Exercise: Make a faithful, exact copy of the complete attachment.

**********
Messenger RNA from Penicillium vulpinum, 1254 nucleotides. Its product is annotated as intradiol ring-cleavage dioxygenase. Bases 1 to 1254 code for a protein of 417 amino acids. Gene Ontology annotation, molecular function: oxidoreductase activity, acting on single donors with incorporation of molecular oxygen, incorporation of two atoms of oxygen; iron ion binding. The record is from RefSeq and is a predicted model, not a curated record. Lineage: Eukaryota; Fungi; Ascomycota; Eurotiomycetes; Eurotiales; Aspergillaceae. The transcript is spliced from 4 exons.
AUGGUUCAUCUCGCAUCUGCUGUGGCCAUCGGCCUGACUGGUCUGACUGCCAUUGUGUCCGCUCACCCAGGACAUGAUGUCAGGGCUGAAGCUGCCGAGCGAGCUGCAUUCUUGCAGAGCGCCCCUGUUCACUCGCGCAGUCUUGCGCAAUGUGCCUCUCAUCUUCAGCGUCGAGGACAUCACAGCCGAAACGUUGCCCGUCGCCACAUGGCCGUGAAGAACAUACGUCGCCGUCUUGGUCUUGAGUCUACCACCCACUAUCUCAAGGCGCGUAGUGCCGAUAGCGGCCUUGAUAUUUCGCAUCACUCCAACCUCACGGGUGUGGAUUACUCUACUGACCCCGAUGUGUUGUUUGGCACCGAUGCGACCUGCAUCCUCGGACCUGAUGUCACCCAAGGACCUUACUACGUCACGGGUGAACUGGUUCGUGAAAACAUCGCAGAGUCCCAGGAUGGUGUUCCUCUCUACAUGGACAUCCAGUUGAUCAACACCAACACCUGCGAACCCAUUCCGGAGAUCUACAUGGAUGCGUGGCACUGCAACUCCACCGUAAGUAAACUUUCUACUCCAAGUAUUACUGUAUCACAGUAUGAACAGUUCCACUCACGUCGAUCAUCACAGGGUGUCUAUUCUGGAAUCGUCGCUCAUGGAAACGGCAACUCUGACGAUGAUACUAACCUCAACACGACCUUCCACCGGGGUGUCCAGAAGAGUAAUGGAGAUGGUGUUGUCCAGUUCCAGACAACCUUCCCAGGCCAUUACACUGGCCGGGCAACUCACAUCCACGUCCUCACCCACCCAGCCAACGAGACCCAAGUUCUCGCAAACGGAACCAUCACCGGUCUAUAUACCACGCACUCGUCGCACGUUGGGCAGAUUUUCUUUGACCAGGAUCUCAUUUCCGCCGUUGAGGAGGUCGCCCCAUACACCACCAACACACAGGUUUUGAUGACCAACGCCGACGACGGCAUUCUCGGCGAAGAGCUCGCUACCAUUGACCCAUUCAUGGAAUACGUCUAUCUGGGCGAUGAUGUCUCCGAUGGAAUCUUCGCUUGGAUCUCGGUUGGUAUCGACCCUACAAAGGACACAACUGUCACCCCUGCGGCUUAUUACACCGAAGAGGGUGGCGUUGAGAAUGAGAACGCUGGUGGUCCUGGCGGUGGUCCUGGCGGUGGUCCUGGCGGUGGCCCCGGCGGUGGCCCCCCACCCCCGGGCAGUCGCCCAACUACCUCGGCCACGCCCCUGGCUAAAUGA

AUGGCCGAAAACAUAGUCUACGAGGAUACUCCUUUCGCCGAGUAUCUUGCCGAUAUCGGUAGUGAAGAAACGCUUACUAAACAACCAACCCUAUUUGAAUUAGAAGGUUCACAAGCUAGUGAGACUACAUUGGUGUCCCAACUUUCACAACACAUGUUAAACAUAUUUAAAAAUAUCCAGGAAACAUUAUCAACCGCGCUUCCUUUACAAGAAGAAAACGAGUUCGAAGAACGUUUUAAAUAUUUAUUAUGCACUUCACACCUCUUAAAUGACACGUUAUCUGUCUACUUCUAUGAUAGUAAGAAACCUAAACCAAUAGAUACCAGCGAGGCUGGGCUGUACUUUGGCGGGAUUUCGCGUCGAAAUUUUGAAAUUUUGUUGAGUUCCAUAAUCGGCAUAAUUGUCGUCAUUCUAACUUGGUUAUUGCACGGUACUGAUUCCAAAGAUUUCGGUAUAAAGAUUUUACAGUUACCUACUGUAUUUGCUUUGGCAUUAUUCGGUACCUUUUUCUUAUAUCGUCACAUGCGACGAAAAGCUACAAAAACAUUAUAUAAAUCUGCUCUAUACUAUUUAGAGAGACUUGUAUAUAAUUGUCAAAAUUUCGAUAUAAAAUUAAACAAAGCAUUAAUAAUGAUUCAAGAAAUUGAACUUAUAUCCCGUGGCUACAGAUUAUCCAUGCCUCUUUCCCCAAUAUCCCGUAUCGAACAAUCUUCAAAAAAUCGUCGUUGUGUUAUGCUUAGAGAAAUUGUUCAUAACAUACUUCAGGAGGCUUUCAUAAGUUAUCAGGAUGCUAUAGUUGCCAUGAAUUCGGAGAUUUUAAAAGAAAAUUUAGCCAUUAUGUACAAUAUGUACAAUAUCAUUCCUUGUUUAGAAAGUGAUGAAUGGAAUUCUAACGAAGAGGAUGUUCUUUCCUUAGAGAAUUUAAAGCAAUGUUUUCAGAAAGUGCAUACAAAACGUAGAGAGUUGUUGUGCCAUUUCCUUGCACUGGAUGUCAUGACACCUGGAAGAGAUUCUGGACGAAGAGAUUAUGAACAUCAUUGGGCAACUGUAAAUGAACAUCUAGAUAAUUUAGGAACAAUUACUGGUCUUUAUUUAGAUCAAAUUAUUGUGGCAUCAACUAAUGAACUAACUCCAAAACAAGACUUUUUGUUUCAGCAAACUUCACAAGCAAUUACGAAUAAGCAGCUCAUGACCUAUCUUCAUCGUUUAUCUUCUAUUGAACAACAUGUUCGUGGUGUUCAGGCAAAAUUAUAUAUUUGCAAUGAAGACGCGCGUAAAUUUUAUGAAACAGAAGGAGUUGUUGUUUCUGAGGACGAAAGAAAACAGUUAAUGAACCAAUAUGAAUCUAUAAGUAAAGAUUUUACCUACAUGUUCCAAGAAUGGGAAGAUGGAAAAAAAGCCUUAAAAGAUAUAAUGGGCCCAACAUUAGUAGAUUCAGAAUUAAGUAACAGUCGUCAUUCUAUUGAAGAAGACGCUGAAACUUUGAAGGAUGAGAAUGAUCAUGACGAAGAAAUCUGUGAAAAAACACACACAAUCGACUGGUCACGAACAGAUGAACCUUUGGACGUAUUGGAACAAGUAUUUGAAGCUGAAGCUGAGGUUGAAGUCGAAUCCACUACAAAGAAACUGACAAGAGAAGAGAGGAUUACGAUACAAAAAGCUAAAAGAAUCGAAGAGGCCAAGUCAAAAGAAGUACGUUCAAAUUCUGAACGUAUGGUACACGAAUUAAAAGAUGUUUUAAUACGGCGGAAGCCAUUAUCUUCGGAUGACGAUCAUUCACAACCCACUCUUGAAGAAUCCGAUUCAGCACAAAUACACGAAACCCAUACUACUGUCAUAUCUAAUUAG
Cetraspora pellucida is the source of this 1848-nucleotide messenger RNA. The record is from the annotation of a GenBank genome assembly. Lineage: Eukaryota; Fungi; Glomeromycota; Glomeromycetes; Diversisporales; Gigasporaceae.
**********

Messenger RNA from Penicillium vulpinum, 1254 nucleotides. Its product is annotated as intradiol ring-cleavage dioxygenase. Bases 1 to 1254 code for a protein of 417 amino acids. Gene Ontology annotation, molecular function: oxidoreductase activity, acting on single donors with incorporation of molecular oxygen, incorporation of two atoms of oxygen; iron ion binding. The record is from RefSeq and is a predicted model, not a curated record. Lineage: Eukaryota; Fungi; Ascomycota; Eurotiomycetes; Eurotiales; Aspergillaceae. The transcript is spliced from 4 exons.
AUGGUUCAUCUCGCAUCUGCUGUGGCCAUCGGCCUGACUGGUCUGACUGCCAUUGUGUCCGCUCACCCAGGACAUGAUGUCAGGGCUGAAGCUGCCGAGCGAGCUGCAUUCUUGCAGAGCGCCCCUGUUCACUCGCGCAGUCUUGCGCAAUGUGCCUCUCAUCUUCAGCGUCGAGGACAUCACAGCCGAAACGUUGCCCGUCGCCACAUGGCCGUGAAGAACAUACGUCGCCGUCUUGGUCUUGAGUCUACCACCCACUAUCUCAAGGCGCGUAGUGCCGAUAGCGGCCUUGAUAUUUCGCAUCACUCCAACCUCACGGGUGUGGAUUACUCUACUGACCCCGAUGUGUUGUUUGGCACCGAUGCGACCUGCAUCCUCGGACCUGAUGUCACCCAAGGACCUUACUACGUCACGGGUGAACUGGUUCGUGAAAACAUCGCAGAGUCCCAGGAUGGUGUUCCUCUCUACAUGGACAUCCAGUUGAUCAACACCAACACCUGCGAACCCAUUCCGGAGAUCUACAUGGAUGCGUGGCACUGCAACUCCACCGUAAGUAAACUUUCUACUCCAAGUAUUACUGUAUCACAGUAUGAACAGUUCCACUCACGUCGAUCAUCACAGGGUGUCUAUUCUGGAAUCGUCGCUCAUGGAAACGGCAACUCUGACGAUGAUACUAACCUCAACACGACCUUCCACCGGGGUGUCCAGAAGAGUAAUGGAGAUGGUGUUGUCCAGUUCCAGACAACCUUCCCAGGCCAUUACACUGGCCGGGCAACUCACAUCCACGUCCUCACCCACCCAGCCAACGAGACCCAAGUUCUCGCAAACGGAACCAUCACCGGUCUAUAUACCACGCACUCGUCGCACGUUGGGCAGAUUUUCUUUGACCAGGAUCUCAUUUCCGCCGUUGAGGAGGUCGCCCCAUACACCACCAACACACAGGUUUUGAUGACCAACGCCGACGACGGCAUUCUCGGCGAAGAGCUCGCUACCAUUGACCCAUUCAUGGAAUACGUCUAUCUGGGCGAUGAUGUCUCCGAUGGAAUCUUCGCUUGGAUCUCGGUUGGUAUCGACCCUACAAAGGACACAACUGUCACCCCUGCGGCUUAUUACACCGAAGAGGGUGGCGUUGAGAAUGAGAACGCUGGUGGUCCUGGCGGUGGUCCUGGCGGUGGUCCUGGCGGUGGCCCCGGCGGUGGCCCCCCACCCCCGGGCAGUCGCCCAACUACCUCGGCCACGCCCCUGGCUAAAUGA

AUGGCCGAAAACAUAGUCUACGAGGAUACUCCUUUCGCCGAGUAUCUUGCCGAUAUCGGUAGUGAAGAAACGCUUACUAAACAACCAACCCUAUUUGAAUUAGAAGGUUCACAAGCUAGUGAGACUACAUUGGUGUCCCAACUUUCACAACACAUGUUAAACAUAUUUAAAAAUAUCCAGGAAACAUUAUCAACCGCGCUUCCUUUACAAGAAGAAAACGAGUUCGAAGAACGUUUUAAAUAUUUAUUAUGCACUUCACACCUCUUAAAUGACACGUUAUCUGUCUACUUCUAUGAUAGUAAGAAACCUAAACCAAUAGAUACCAGCGAGGCUGGGCUGUACUUUGGCGGGAUUUCGCGUCGAAAUUUUGAAAUUUUGUUGAGUUCCAUAAUCGGCAUAAUUGUCGUCAUUCUAACUUGGUUAUUGCACGGUACUGAUUCCAAAGAUUUCGGUAUAAAGAUUUUACAGUUACCUACUGUAUUUGCUUUGGCAUUAUUCGGUACCUUUUUCUUAUAUCGUCACAUGCGACGAAAAGCUACAAAAACAUUAUAUAAAUCUGCUCUAUACUAUUUAGAGAGACUUGUAUAUAAUUGUCAAAAUUUCGAUAUAAAAUUAAACAAAGCAUUAAUAAUGAUUCAAGAAAUUGAACUUAUAUCCCGUGGCUACAGAUUAUCCAUGCCUCUUUCCCCAAUAUCCCGUAUCGAACAAUCUUCAAAAAAUCGUCGUUGUGUUAUGCUUAGAGAAAUUGUUCAUAACAUACUUCAGGAGGCUUUCAUAAGUUAUCAGGAUGCUAUAGUUGCCAUGAAUUCGGAGAUUUUAAAAGAAAAUUUAGCCAUUAUGUACAAUAUGUACAAUAUCAUUCCUUGUUUAGAAAGUGAUGAAUGGAAUUCUAACGAAGAGGAUGUUCUUUCCUUAGAGAAUUUAAAGCAAUGUUUUCAGAAAGUGCAUACAAAACGUAGAGAGUUGUUGUGCCAUUUCCUUGCACUGGAUGUCAUGACACCUGGAAGAGAUUCUGGACGAAGAGAUUAUGAACAUCAUUGGGCAACUGUAAAUGAACAUCUAGAUAAUUUAGGAACAAUUACUGGUCUUUAUUUAGAUCAAAUUAUUGUGGCAUCAACUAAUGAACUAACUCCAAAACAAGACUUUUUGUUUCAGCAAACUUCACAAGCAAUUACGAAUAAGCAGCUCAUGACCUAUCUUCAUCGUUUAUCUUCUAUUGAACAACAUGUUCGUGGUGUUCAGGCAAAAUUAUAUAUUUGCAAUGAAGACGCGCGUAAAUUUUAUGAAACAGAAGGAGUUGUUGUUUCUGAGGACGAAAGAAAACAGUUAAUGAACCAAUAUGAAUCUAUAAGUAAAGAUUUUACCUACAUGUUCCAAGAAUGGGAAGAUGGAAAAAAAGCCUUAAAAGAUAUAAUGGGCCCAACAUUAGUAGAUUCAGAAUUAAGUAACAGUCGUCAUUCUAUUGAAGAAGACGCUGAAACUUUGAAGGAUGAGAAUGAUCAUGACGAAGAAAUCUGUGAAAAAACACACACAAUCGACUGGUCACGAACAGAUGAACCUUUGGACGUAUUGGAACAAGUAUUUGAAGCUGAAGCUGAGGUUGAAGUCGAAUCCACUACAAAGAAACUGACAAGAGAAGAGAGGAUUACGAUACAAAAAGCUAAAAGAAUCGAAGAGGCCAAGUCAAAAGAAGUACGUUCAAAUUCUGAACGUAUGGUACACGAAUUAAAAGAUGUUUUAAUACGGCGGAAGCCAUUAUCUUCGGAUGACGAUCAUUCACAACCCACUCUUGAAGAAUCCGAUUCAGCACAAAUACACGAAACCCAUACUACUGUCAUAUCUAAUUAG
Cetraspora pellucida is the source of this 1848-nucleotide messenger RNA. The record is from the annotation of a GenBank genome assembly. Lineage: Eukaryota; Fungi; Glomeromycota; Glomeromycetes; Diversisporales; Gigasporaceae.